Panel Paper: Exploring a Model for Integrating Child Development Accounts with Social Services for Vulnerable Families

Saturday, November 9, 2019
Plaza Building: Concourse Level, Plaza Ballroom E (Sheraton Denver Downtown)

*Names in bold indicate Presenter

Jin Huang1, Sondra Beverly2, Youngmi Kim3, Margaret Clancy2 and Michael Sherraden2, (1)Saint Louis University, (2)Washington University, (3)Virginia Commonwealth University

Background: The social service sector shows emerging interests in using financial capability services to increase access to financial products, asset-building opportunities, and financial education and training for vulnerable families (ACF, 2015; M. S. Sherraden, et al., 2016). Social service organizations often integrate financial capability services with other service such as child care, parenting training, family counseling, and health care. However, few studies have examined the effects of integrating financial capability and social services. The study used Child Development Accounts (CDAs) as one example of financial capability services, and examined the CDA impacts on low-income participants in Temporary Assistance for Needy Families (TANF) or the Head Start program. We hypothesize that CDAs have positive impacts for TANF and Head Start families, which will indicate the potential of integrating financial capability and social services.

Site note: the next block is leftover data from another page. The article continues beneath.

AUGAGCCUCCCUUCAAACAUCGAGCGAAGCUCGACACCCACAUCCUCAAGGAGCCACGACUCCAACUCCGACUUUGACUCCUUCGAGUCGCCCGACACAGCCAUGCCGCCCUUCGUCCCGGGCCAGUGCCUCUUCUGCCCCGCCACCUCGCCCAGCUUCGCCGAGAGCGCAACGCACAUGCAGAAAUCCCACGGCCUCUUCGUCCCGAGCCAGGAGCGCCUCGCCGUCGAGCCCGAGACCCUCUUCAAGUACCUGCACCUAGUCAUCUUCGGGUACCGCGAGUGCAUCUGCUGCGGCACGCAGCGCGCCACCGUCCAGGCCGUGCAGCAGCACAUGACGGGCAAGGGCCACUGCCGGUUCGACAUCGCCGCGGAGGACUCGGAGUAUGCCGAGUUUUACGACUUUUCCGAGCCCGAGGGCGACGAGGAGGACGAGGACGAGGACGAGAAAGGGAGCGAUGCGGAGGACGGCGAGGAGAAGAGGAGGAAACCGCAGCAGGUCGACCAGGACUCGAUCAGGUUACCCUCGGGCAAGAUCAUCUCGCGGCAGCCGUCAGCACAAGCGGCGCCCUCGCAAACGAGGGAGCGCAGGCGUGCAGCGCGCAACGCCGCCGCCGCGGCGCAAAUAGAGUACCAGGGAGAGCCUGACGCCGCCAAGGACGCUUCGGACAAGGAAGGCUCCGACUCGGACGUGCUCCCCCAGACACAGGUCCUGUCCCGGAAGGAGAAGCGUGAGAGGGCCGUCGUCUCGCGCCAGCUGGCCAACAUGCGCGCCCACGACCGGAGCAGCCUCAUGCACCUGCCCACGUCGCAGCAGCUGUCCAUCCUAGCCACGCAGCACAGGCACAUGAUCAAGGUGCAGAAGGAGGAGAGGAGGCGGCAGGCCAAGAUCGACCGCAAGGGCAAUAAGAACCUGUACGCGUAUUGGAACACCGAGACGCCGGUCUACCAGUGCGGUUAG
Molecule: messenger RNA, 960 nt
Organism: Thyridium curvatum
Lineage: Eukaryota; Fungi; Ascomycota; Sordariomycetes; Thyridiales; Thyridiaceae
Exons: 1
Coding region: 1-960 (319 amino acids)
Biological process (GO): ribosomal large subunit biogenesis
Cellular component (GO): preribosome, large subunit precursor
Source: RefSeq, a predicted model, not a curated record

Methods: We selected 426 family recipients of TANF and Head Start (T= 201, C= 225) from a statewide randomized CDA experiment in Oklahoma (SEED OK). The experiment automatically opened a state-owned 529 college savings account for each treatment child and provided financial incentives to encourage families to accumulate assets for children. The study assessed the CDA’s impacts on multiple financial and social-development outcomes, including 529 account ownership, amount of accumulated assets, parental educational expectations, parenting practices, maternal depressive symptoms, and children’s social-emotional development. The independent variable was the treatment status. We applied simultaneous equation modeling to include all outcome variables in one analysis. We also compared the estimated treatment effects in the analytic sample (N = 426) with those for other SEED OK participants (n = 1,819).

Results: Compared to control children, treatment children were 98 percentage points and 9 percentage points more likely to be the beneficiaries of any OK 529 account (p < .001) and participant-opened individual OK 529 accounts (p < .001), respectively. The average total assets held by treatment families exceeded the average total assets held for control beneficiaries by nearly $1,500. Treatment mothers had higher levels of educational expectations (b = .13; p < .10) and positive parenting scores than control mothers (b = 6.23; p < .10). Punitive parenting practices were less frequent among treatment mothers (b = -.85; p < .05), and maternal depressive symptoms were also lower (b = -.48; p < .05). Finally, the mean social-emotional development score among treatment children was 3.41 points better than that among children in the control group (p < .10).

Implications: Findings provide empirical support for a new model for integrating the accounts with other social services for economically vulnerable populations. The centralized account platform as 529 college account used in SEED OK seems essential to providing CDAs on a large scale and promoting opportunities for integration with federal- and state-funded social service programs.